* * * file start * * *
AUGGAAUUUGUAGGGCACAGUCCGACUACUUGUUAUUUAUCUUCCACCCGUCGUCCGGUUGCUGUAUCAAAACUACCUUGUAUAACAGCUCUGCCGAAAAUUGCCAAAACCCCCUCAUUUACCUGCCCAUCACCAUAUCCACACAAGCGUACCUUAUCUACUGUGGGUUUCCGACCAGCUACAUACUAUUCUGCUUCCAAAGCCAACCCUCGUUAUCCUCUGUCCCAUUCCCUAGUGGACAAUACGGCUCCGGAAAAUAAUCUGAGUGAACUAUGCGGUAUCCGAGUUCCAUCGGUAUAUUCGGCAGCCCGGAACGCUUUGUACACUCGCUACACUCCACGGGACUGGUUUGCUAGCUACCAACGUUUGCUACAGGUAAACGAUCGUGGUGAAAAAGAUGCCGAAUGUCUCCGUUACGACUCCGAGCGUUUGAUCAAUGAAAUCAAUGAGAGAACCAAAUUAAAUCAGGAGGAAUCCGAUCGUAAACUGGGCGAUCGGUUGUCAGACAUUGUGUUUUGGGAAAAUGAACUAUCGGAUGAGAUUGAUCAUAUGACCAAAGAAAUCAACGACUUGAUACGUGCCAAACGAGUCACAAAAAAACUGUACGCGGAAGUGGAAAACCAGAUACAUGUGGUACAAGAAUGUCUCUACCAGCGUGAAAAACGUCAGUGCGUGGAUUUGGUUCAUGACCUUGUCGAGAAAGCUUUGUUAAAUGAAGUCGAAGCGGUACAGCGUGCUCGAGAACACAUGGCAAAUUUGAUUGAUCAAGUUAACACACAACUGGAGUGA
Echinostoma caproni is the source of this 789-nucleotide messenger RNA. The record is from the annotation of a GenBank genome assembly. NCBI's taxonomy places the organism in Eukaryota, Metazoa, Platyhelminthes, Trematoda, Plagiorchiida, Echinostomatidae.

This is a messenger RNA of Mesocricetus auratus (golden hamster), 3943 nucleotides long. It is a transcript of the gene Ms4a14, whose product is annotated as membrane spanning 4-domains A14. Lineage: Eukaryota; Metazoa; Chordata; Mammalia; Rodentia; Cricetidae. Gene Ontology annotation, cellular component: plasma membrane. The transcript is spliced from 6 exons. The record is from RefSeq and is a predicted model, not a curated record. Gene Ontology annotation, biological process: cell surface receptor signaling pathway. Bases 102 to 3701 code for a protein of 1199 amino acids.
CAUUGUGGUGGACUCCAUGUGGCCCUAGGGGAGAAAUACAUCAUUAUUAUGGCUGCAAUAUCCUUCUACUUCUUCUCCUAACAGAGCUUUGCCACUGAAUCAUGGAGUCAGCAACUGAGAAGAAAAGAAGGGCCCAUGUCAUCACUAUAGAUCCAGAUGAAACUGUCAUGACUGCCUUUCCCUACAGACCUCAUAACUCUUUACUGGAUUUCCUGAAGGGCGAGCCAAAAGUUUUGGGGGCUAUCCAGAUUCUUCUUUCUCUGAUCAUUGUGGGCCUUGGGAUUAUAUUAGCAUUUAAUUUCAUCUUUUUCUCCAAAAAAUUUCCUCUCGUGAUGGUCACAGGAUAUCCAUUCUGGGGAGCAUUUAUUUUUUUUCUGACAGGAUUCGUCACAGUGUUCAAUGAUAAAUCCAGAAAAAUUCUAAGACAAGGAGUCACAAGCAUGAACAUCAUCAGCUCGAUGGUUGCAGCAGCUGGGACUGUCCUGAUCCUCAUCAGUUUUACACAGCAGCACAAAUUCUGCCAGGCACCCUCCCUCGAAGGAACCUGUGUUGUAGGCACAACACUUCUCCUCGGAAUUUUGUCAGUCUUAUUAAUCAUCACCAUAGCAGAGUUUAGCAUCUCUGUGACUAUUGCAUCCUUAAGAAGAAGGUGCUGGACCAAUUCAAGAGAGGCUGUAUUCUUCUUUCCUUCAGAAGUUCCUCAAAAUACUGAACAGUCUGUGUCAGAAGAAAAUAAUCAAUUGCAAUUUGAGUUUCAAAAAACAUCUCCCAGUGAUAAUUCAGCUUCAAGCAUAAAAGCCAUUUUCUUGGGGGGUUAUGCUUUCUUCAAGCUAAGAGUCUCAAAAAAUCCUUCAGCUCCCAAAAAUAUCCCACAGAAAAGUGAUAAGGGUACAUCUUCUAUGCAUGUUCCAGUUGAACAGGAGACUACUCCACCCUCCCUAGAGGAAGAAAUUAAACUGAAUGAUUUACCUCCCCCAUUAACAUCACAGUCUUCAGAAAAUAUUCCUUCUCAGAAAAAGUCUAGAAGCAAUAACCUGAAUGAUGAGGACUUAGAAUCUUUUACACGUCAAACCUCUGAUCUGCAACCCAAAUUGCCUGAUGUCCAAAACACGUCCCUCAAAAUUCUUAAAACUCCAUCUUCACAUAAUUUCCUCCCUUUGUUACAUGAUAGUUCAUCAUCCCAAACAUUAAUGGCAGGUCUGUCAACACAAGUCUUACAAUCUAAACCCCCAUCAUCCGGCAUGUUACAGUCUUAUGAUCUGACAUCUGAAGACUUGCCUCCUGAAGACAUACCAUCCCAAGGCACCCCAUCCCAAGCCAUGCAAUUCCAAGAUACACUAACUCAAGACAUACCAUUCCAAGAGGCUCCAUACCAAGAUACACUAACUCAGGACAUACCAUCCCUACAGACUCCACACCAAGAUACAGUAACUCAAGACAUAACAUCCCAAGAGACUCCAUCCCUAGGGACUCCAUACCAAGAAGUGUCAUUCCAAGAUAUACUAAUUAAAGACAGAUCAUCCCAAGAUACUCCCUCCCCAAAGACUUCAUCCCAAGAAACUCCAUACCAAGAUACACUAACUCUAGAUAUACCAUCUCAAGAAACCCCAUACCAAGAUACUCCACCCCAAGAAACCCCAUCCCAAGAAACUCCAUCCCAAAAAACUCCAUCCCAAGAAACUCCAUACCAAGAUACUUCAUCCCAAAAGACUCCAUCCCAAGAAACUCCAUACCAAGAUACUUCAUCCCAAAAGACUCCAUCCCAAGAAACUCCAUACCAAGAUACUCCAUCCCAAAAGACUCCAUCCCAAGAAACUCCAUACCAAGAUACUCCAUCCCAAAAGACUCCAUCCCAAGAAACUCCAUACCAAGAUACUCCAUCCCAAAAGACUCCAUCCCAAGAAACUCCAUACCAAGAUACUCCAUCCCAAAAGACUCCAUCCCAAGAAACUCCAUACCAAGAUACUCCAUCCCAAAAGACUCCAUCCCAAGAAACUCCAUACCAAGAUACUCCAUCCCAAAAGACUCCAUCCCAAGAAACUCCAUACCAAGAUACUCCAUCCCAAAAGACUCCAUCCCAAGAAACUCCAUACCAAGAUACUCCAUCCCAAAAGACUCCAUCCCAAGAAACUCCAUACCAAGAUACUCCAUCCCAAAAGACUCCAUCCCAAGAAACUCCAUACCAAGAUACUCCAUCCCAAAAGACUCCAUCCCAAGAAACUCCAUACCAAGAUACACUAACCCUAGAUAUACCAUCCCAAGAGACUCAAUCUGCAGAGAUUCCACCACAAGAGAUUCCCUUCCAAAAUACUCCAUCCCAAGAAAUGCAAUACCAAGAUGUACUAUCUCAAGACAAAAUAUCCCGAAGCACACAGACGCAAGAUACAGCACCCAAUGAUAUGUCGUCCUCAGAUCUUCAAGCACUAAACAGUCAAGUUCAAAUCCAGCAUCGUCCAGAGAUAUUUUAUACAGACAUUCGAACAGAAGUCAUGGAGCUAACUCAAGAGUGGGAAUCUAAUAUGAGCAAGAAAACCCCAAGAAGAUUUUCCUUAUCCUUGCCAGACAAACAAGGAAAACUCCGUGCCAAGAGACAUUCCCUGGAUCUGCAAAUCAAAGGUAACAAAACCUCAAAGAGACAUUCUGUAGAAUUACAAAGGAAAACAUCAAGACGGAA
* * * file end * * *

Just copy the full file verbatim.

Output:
AUGGAAUUUGUAGGGCACAGUCCGACUACUUGUUAUUUAUCUUCCACCCGUCGUCCGGUUGCUGUAUCAAAACUACCUUGUAUAACAGCUCUGCCGAAAAUUGCCAAAACCCCCUCAUUUACCUGCCCAUCACCAUAUCCACACAAGCGUACCUUAUCUACUGUGGGUUUCCGACCAGCUACAUACUAUUCUGCUUCCAAAGCCAACCCUCGUUAUCCUCUGUCCCAUUCCCUAGUGGACAAUACGGCUCCGGAAAAUAAUCUGAGUGAACUAUGCGGUAUCCGAGUUCCAUCGGUAUAUUCGGCAGCCCGGAACGCUUUGUACACUCGCUACACUCCACGGGACUGGUUUGCUAGCUACCAACGUUUGCUACAGGUAAACGAUCGUGGUGAAAAAGAUGCCGAAUGUCUCCGUUACGACUCCGAGCGUUUGAUCAAUGAAAUCAAUGAGAGAACCAAAUUAAAUCAGGAGGAAUCCGAUCGUAAACUGGGCGAUCGGUUGUCAGACAUUGUGUUUUGGGAAAAUGAACUAUCGGAUGAGAUUGAUCAUAUGACCAAAGAAAUCAACGACUUGAUACGUGCCAAACGAGUCACAAAAAAACUGUACGCGGAAGUGGAAAACCAGAUACAUGUGGUACAAGAAUGUCUCUACCAGCGUGAAAAACGUCAGUGCGUGGAUUUGGUUCAUGACCUUGUCGAGAAAGCUUUGUUAAAUGAAGUCGAAGCGGUACAGCGUGCUCGAGAACACAUGGCAAAUUUGAUUGAUCAAGUUAACACACAACUGGAGUGA
Echinostoma caproni is the source of this 789-nucleotide messenger RNA. The record is from the annotation of a GenBank genome assembly. NCBI's taxonomy places the organism in Eukaryota, Metazoa, Platyhelminthes, Trematoda, Plagiorchiida, Echinostomatidae.

This is a messenger RNA of Mesocricetus auratus (golden hamster), 3943 nucleotides long. It is a transcript of the gene Ms4a14, whose product is annotated as membrane spanning 4-domains A14. Lineage: Eukaryota; Metazoa; Chordata; Mammalia; Rodentia; Cricetidae. Gene Ontology annotation, cellular component: plasma membrane. The transcript is spliced from 6 exons. The record is from RefSeq and is a predicted model, not a curated record. Gene Ontology annotation, biological process: cell surface receptor signaling pathway. Bases 102 to 3701 code for a protein of 1199 amino acids.
CAUUGUGGUGGACUCCAUGUGGCCCUAGGGGAGAAAUACAUCAUUAUUAUGGCUGCAAUAUCCUUCUACUUCUUCUCCUAACAGAGCUUUGCCACUGAAUCAUGGAGUCAGCAACUGAGAAGAAAAGAAGGGCCCAUGUCAUCACUAUAGAUCCAGAUGAAACUGUCAUGACUGCCUUUCCCUACAGACCUCAUAACUCUUUACUGGAUUUCCUGAAGGGCGAGCCAAAAGUUUUGGGGGCUAUCCAGAUUCUUCUUUCUCUGAUCAUUGUGGGCCUUGGGAUUAUAUUAGCAUUUAAUUUCAUCUUUUUCUCCAAAAAAUUUCCUCUCGUGAUGGUCACAGGAUAUCCAUUCUGGGGAGCAUUUAUUUUUUUUCUGACAGGAUUCGUCACAGUGUUCAAUGAUAAAUCCAGAAAAAUUCUAAGACAAGGAGUCACAAGCAUGAACAUCAUCAGCUCGAUGGUUGCAGCAGCUGGGACUGUCCUGAUCCUCAUCAGUUUUACACAGCAGCACAAAUUCUGCCAGGCACCCUCCCUCGAAGGAACCUGUGUUGUAGGCACAACACUUCUCCUCGGAAUUUUGUCAGUCUUAUUAAUCAUCACCAUAGCAGAGUUUAGCAUCUCUGUGACUAUUGCAUCCUUAAGAAGAAGGUGCUGGACCAAUUCAAGAGAGGCUGUAUUCUUCUUUCCUUCAGAAGUUCCUCAAAAUACUGAACAGUCUGUGUCAGAAGAAAAUAAUCAAUUGCAAUUUGAGUUUCAAAAAACAUCUCCCAGUGAUAAUUCAGCUUCAAGCAUAAAAGCCAUUUUCUUGGGGGGUUAUGCUUUCUUCAAGCUAAGAGUCUCAAAAAAUCCUUCAGCUCCCAAAAAUAUCCCACAGAAAAGUGAUAAGGGUACAUCUUCUAUGCAUGUUCCAGUUGAACAGGAGACUACUCCACCCUCCCUAGAGGAAGAAAUUAAACUGAAUGAUUUACCUCCCCCAUUAACAUCACAGUCUUCAGAAAAUAUUCCUUCUCAGAAAAAGUCUAGAAGCAAUAACCUGAAUGAUGAGGACUUAGAAUCUUUUACACGUCAAACCUCUGAUCUGCAACCCAAAUUGCCUGAUGUCCAAAACACGUCCCUCAAAAUUCUUAAAACUCCAUCUUCACAUAAUUUCCUCCCUUUGUUACAUGAUAGUUCAUCAUCCCAAACAUUAAUGGCAGGUCUGUCAACACAAGUCUUACAAUCUAAACCCCCAUCAUCCGGCAUGUUACAGUCUUAUGAUCUGACAUCUGAAGACUUGCCUCCUGAAGACAUACCAUCCCAAGGCACCCCAUCCCAAGCCAUGCAAUUCCAAGAUACACUAACUCAAGACAUACCAUUCCAAGAGGCUCCAUACCAAGAUACACUAACUCAGGACAUACCAUCCCUACAGACUCCACACCAAGAUACAGUAACUCAAGACAUAACAUCCCAAGAGACUCCAUCCCUAGGGACUCCAUACCAAGAAGUGUCAUUCCAAGAUAUACUAAUUAAAGACAGAUCAUCCCAAGAUACUCCCUCCCCAAAGACUUCAUCCCAAGAAACUCCAUACCAAGAUACACUAACUCUAGAUAUACCAUCUCAAGAAACCCCAUACCAAGAUACUCCACCCCAAGAAACCCCAUCCCAAGAAACUCCAUCCCAAAAAACUCCAUCCCAAGAAACUCCAUACCAAGAUACUUCAUCCCAAAAGACUCCAUCCCAAGAAACUCCAUACCAAGAUACUUCAUCCCAAAAGACUCCAUCCCAAGAAACUCCAUACCAAGAUACUCCAUCCCAAAAGACUCCAUCCCAAGAAACUCCAUACCAAGAUACUCCAUCCCAAAAGACUCCAUCCCAAGAAACUCCAUACCAAGAUACUCCAUCCCAAAAGACUCCAUCCCAAGAAACUCCAUACCAAGAUACUCCAUCCCAAAAGACUCCAUCCCAAGAAACUCCAUACCAAGAUACUCCAUCCCAAAAGACUCCAUCCCAAGAAACUCCAUACCAAGAUACUCCAUCCCAAAAGACUCCAUCCCAAGAAACUCCAUACCAAGAUACUCCAUCCCAAAAGACUCCAUCCCAAGAAACUCCAUACCAAGAUACUCCAUCCCAAAAGACUCCAUCCCAAGAAACUCCAUACCAAGAUACUCCAUCCCAAAAGACUCCAUCCCAAGAAACUCCAUACCAAGAUACUCCAUCCCAAAAGACUCCAUCCCAAGAAACUCCAUACCAAGAUACACUAACCCUAGAUAUACCAUCCCAAGAGACUCAAUCUGCAGAGAUUCCACCACAAGAGAUUCCCUUCCAAAAUACUCCAUCCCAAGAAAUGCAAUACCAAGAUGUACUAUCUCAAGACAAAAUAUCCCGAAGCACACAGACGCAAGAUACAGCACCCAAUGAUAUGUCGUCCUCAGAUCUUCAAGCACUAAACAGUCAAGUUCAAAUCCAGCAUCGUCCAGAGAUAUUUUAUACAGACAUUCGAACAGAAGUCAUGGAGCUAACUCAAGAGUGGGAAUCUAAUAUGAGCAAGAAAACCCCAAGAAGAUUUUCCUUAUCCUUGCCAGACAAACAAGGAAAACUCCGUGCCAAGAGACAUUCCCUGGAUCUGCAAAUCAAAGGUAACAAAACCUCAAAGAGACAUUCUGUAGAAUUACAAAGGAAAACAUCAAGACGGAA